Oregon allows bowling alleys, skating rinks to open with restrictions

By Rob Manning (OPB)
Oct. 23, 2020 1:48 p.m.

The Oregon Health Authority says it’s OK to resume bowling and roller skating in the handful of counties where that hadn’t been allowed previously. New rules issued Thursday allow up to 50 people at bowling alleys and skating rinks in “Phase One” counties, which includes the metro-area counties of Clackamas, Multnomah and Washington, and Malheur County in southeast Oregon.

The businesses will have to abide by a number of restrictions, which OHA laid out in a five-page order.

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The new rules come after Oregon COVID-19 cases spiked in early October, breaking records from earlier in the pandemic. Cases have leveled off in the last week or so, but public health officials remain concerned about the potential for spread as Oregonians are likely to spend more time indoors over the upcoming winter months. At the same time, officials including Gov. Kate Brown, are interested in resuming certain activities, including the resumption of in-person school.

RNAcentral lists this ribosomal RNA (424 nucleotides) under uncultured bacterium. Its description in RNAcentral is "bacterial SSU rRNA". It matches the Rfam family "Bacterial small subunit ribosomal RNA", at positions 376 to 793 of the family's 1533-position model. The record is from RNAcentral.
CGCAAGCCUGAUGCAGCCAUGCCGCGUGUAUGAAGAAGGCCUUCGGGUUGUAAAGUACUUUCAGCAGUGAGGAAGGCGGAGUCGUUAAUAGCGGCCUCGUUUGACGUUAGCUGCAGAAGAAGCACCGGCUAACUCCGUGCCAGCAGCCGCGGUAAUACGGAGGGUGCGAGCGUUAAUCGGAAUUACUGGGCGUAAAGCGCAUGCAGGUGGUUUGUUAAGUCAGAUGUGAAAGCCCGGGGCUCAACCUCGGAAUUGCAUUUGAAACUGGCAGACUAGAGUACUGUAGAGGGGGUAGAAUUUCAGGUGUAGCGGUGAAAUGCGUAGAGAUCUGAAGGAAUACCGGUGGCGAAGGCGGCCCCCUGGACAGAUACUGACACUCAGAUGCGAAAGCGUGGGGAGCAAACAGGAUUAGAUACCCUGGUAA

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While the order allows up to 50 people, either outdoors or indoors, an individual bowling alley or skating arena has to maintain limits based on its size and space.

New rules issued by Oregon allow up to 50 people at bowling alleys and skating rinks in “Phase One” counties.

New rules issued by Oregon allow up to 50 people at bowling alleys and skating rinks in “Phase One” counties.

Jenny Kane / AP

“Determine maximum occupancy of each indoor and outdoor area to maintain the requirement of at least six (6) feet of physical distance between parties, and limit number of individuals on the premises accordingly," the order said.

The order allows groups of ten to qualify as a “single party,” meaning those individuals don’t have to maintain six feet of separation from each other. But bowling alleys, for instance, can’t count the lanes themselves in their calculations of usable space for calculating capacity.

Staff and customers will be required to wear face coverings, and the order requires businesses to “limit bowling times/skate times to scheduled appointments.”

Bowling and skating operators will have to collect customer information, to help authorities conduct contact tracing, in case there’s a positive coronavirus case.

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